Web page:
• Lack of initiative. A former colleague and I had a discussion many times over the question, “Can you really motivate someone who will not motivate themselves, is not a self-starter?”  We both concluded, having managed lots of people over the years, that you can’t.
  • Sloppy communication habits. I once lived in a region where someone in business could make a ton of money simply by answering their emails and phones and text messages promptly.  A common attitude with a lot of business people who live in the area is less than diligent about this. There are some forms of financial want that are avoidable.  This is one of them.  If people are slipshod about basic courtesy and good business sense in the matter of prompt response, move on.  Your time is too valuable.  If you’re in business with them, you’ll go broke.

There are other signs of potentially poor investments.  What are some you can name?

There is a place for charity and for giving people a second chance.  This post is not about that.  The market goes up and down and people have good days and bad.  This is about well-established habits of engagement with life.

Invest carefully.

 

Recommended Resources:

A Game Plan for Life: The Power of Mentoring (John Wooden & Don Yaeger)

Mentoring 101 (John C. Maxwell)

Tuesdays with Morrie: An Old Man, a Young Man, and Life’s Greatest Lesson (Mitch Albom)

 

Image Credit

 





A Failure of Nerve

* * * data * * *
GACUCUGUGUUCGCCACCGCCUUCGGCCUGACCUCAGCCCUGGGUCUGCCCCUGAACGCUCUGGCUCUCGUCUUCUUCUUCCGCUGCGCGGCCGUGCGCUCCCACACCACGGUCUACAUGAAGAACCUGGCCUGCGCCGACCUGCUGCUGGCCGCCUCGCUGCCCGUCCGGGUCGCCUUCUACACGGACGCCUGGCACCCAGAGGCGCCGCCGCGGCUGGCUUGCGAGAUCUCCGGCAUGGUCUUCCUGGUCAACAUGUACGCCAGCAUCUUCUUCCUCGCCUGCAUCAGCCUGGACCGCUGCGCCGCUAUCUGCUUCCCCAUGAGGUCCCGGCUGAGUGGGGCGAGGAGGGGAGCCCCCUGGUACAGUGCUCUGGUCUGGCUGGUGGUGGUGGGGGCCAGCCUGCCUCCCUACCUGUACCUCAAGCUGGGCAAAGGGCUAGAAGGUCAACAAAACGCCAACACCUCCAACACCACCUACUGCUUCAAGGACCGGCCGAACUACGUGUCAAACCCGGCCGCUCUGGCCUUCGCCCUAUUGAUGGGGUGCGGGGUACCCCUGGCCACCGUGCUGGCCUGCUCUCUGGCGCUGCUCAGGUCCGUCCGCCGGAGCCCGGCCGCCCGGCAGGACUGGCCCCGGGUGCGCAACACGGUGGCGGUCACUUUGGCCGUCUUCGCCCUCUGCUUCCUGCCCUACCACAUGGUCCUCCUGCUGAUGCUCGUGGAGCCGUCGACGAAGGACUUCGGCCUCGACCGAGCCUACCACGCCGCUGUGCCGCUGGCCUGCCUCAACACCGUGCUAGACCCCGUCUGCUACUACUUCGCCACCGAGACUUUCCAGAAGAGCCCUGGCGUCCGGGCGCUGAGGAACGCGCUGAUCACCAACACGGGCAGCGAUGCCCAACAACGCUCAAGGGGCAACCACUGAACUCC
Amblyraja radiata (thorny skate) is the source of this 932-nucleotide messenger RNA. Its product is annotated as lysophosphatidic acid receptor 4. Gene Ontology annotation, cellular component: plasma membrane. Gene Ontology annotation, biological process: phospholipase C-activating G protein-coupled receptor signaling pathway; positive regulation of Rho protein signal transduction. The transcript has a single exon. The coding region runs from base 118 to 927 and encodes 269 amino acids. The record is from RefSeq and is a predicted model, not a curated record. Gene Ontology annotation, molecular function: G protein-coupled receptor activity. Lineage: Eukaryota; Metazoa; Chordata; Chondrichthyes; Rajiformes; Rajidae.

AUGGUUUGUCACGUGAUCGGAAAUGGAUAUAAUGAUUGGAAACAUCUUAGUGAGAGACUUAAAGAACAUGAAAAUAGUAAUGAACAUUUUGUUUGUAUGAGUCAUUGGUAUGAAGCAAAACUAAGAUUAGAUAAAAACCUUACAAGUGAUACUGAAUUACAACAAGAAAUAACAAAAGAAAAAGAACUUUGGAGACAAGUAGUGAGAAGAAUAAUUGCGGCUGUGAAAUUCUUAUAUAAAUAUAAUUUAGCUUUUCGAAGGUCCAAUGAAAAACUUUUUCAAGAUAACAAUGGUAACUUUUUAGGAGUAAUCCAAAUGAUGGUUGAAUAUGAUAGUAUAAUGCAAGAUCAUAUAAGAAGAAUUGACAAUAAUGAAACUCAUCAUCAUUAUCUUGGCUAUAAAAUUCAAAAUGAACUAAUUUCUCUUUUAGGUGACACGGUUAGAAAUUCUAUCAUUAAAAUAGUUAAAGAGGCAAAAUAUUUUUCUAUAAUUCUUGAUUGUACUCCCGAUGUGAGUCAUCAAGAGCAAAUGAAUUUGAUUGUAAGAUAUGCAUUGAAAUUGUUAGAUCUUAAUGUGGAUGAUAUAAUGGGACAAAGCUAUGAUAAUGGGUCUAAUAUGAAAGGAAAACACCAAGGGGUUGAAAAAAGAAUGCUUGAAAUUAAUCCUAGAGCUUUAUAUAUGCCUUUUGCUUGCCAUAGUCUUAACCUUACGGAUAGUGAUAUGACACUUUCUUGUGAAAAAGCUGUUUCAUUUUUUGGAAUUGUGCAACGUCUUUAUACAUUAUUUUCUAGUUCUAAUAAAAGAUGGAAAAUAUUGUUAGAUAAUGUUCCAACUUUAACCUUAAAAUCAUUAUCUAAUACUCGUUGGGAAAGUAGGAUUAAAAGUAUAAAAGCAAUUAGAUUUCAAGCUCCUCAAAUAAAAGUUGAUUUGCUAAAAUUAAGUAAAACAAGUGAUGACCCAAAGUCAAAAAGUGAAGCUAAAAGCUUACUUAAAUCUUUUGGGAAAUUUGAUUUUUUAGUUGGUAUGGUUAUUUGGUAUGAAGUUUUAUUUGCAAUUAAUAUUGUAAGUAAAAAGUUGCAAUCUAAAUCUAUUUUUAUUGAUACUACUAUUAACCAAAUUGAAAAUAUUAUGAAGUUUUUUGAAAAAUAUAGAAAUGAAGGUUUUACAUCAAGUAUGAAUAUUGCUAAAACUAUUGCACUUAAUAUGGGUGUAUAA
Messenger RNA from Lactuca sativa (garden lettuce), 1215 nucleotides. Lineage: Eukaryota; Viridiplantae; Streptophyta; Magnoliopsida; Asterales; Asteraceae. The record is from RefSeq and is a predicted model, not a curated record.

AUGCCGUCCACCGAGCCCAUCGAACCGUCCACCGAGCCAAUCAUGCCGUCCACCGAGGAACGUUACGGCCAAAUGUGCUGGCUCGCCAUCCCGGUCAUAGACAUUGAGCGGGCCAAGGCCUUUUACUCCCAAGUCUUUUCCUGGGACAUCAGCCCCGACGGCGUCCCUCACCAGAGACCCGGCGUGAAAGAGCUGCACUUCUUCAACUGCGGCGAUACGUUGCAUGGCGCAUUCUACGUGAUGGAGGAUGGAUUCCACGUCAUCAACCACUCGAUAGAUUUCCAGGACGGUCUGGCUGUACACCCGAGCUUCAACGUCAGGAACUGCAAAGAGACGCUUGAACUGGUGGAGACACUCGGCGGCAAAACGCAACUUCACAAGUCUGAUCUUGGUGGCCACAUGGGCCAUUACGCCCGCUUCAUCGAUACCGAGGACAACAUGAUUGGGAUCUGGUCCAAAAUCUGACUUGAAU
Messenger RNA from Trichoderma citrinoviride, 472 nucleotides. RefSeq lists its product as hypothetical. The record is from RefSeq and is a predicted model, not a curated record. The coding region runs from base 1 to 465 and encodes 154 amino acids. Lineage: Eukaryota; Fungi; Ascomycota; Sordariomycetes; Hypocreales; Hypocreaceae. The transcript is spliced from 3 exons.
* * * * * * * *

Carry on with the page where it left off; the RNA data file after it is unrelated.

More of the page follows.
7 12 2015

A Failure of NerveThe book you see above this post is simply the best book on leadership that I have ever read.  Ever.

I read a lot.  A great deal of what I read devolves in some way upon leadership–autobiography, biography, leadership as art and craft, critical leadership arenas, failures of leadership and so forth.  This is a rich field as there are so many great authors and leaders.  The usual suspects: Winston Churchill, Steve Jobs, Douglas MacArthur, John Maxwell, Seth Godin, Warren Bennis and political leaders ad infinitum.  I’m sure you could assemble your own list of leaders and leadership mavens and their writings.  (Matter of fact, please load up the combox with your suggestions!)

Edwin Friedman was a rabbi and therapist who did most of his work in and around Washington, D.C. up until his death in 1996.  The strength of his work (his entire corpus comprises five volumes, two of which were published posthumously) is that leadership is ultimately a function of the leader himself/herself (hereafter his/him for the sake of brevity).